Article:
Kissing Images, Grandpa’s Love, and Jokes On Me

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Years ago, while on a Mennonite forum discussion about the “holy kiss” ordinance, I had joked that the practice was impossible given that those mentioned to kiss in the Biblical proof-texts were already long dead.

Old Order Mennonites, along with some conservative holdouts, continue the practice of greeting each other with a kiss. They base this practice on some salutations of epistles where St Paul instructs the reader “greet one another with a holy kiss” (2 Corinthians 13:12) and even gives particular people to greet in this manner:

Greet Priscilla and Aquila, my co-workers in Christ Jesus. They risked their lives for me. Not only I but all the churches of the Gentiles are grateful to them. Greet also the church that meets at their house. Greet my dear friend Epenetus, who was the first convert to Christ in the province of Asia. Greet Mary, who worked very hard for you. Greet Andronicus and Junia, my fellow Jews who have been in prison with me. They are outstanding among the apostles, and they were in Christ before I was. Greet Ampliatus, my dear friend in the Lord. Greet Urbanus, our co-worker in Christ, and my dear friend Stachys. Greet Apelles, whose fidelity to Christ has stood the test. Greet those who belong to the household of Aristobulus. Greet Herodion, my fellow Jew. Greet those in the household of Narcissus who are in the Lord. Greet Tryphena and Tryphosa, those women who work hard in the Lord. Greet my dear friend Persis, another woman who has worked very hard in the Lord. Greet Rufus, chosen in the Lord, and his mother, who has been a mother to me, too. Greet Asyncritus, Phlegon, Hermes, Patrobas, Hermas and the other brothers and sisters with them. Greet Philologus, Julia, Nereus and his sister, and Olympas and all the Lord’s people who are with them. Greet one another with a holy kiss. All the churches of Christ send greetings. (Romans 16:3‭-‬16 NIV)

I was being facetious in suggesting that it was impossible to carry out the instruction above. I was challenging the holy kiss hardliners to consider the context of the instruction and the intended audience. My own thoughts at the time being that this practice was more common to the culture then, that it had become archaic, and that a holy handshake would get the job done in our own time.

The concern of those questioning the need to carry out the salutation as instruction for all time was that men giving other men a big smooch would be misunderstood by those not familiar with the practice. So my joke that we can’t kiss dead people was to drive home that point, we can’t greet Mary Andronicus or Junia and the others listed in the letter as those to greet, so why should we take any of it as an instruction for us?

The Joke Was On Me

One of the strangest things for a person coming into the Orthodox Christian culture is the practice of kissing icons. For whatever reason, this practice of veneration is often misconstrued as worship and dismissed on those grounds. However, that is a silly notion, if it is idolatry to kiss an image then why is it not also idol worship to kiss your spouse?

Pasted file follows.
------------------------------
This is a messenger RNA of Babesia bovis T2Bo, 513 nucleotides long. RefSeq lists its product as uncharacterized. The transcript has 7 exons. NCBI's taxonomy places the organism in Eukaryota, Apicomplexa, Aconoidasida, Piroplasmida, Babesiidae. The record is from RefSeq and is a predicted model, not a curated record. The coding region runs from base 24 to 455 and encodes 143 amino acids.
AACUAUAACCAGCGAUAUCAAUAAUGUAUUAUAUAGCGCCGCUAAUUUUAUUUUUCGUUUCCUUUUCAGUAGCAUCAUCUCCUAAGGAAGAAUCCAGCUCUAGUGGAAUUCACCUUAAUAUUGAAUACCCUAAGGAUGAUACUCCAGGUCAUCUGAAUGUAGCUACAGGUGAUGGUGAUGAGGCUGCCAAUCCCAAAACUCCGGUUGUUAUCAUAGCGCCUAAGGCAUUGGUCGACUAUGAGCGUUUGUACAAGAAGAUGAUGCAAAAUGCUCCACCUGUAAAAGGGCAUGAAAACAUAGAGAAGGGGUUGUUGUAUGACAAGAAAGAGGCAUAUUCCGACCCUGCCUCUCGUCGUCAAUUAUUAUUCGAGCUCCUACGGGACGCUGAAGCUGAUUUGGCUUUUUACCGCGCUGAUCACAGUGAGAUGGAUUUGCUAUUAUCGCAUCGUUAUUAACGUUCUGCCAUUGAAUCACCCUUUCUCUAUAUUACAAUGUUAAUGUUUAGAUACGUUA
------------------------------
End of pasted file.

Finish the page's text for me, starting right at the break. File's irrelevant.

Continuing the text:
Over the time I was still mulling over the Orthodox practice of kissing icons, my grandma passed away surrounded by family and my grandpa—her loyal companion and loving husband of sixty years.

My grandpa’s grieving was intense, as one would expect, and there is no person on this earth who could ever replace his beloved Mildred.

It was then that I found out about a curious little ritual he would perform each morning and evening. He would take the image of his late wife in his hands, kiss it seven times, and put it down again. Why? Well, in what other way do you suggest that he honor the woman who gave birth to his seven children, who faithfully cooked his meals up until dementia stole her ability to do that, and professed her deep love for him to the very end even as her mind slipped away?

Suddenly my flippancy about kissing dead people lost its humor.

My grandpa is not worshipping the image. He is not confusing the image with his reposed wife either. But he was showing his love for her in the most intimate way available to him. Kissing her image was symbolic of something for him, things he probably couldn’t even put into words to explain, and it would be silly to question the appropriateness of his action.

For me, this ritual of grandpa kissing grandma’s picture put the Orthodox practice of veneration of icons in a whole new light. My grandpa isn’t Orthodox, he is a Mennonite, and yet intuitively he arrived at the same place they do concerning the beloved who have departed this life for the next. Not only that, but he made it completely possible for us to carry out the salutation of St Paul’s letters and greet even those he listed with a holy kiss.

The Church Both Militant and Triumphant

As a Protestant-born, I was firmly stuck in the here and now, the church was those alive today and those who came before were basically irrelevant other than the writings they left behind. That is typical of our generation. I mean, we have smartphones and Instagram, what could previous generations have that is relevant to us today?

But the Orthodox perspective is different. They see a clear continuity from the early church to the present and they also see those who have gone on before us as participants in the worship service. They believe that the dead in Christ are still spiritually alive in him and they make up the “great cloud of witnesses” that we read in chapter 12 of the book of Hebrews.

The Orthodox see their corporate worship, which is centered on Communion, as the link between temporal and eternal, a place where heaven and earth come together, rather than merely a commemorative meeting of religious folks. In other words, as Jesus said, “where two or three gather in my name, I am there with them,” (Matthew 18:20 NIV) there is an emergent property of our coming together, that being the presence of Christ and the “cloud of witnesses” we read about in Scripture.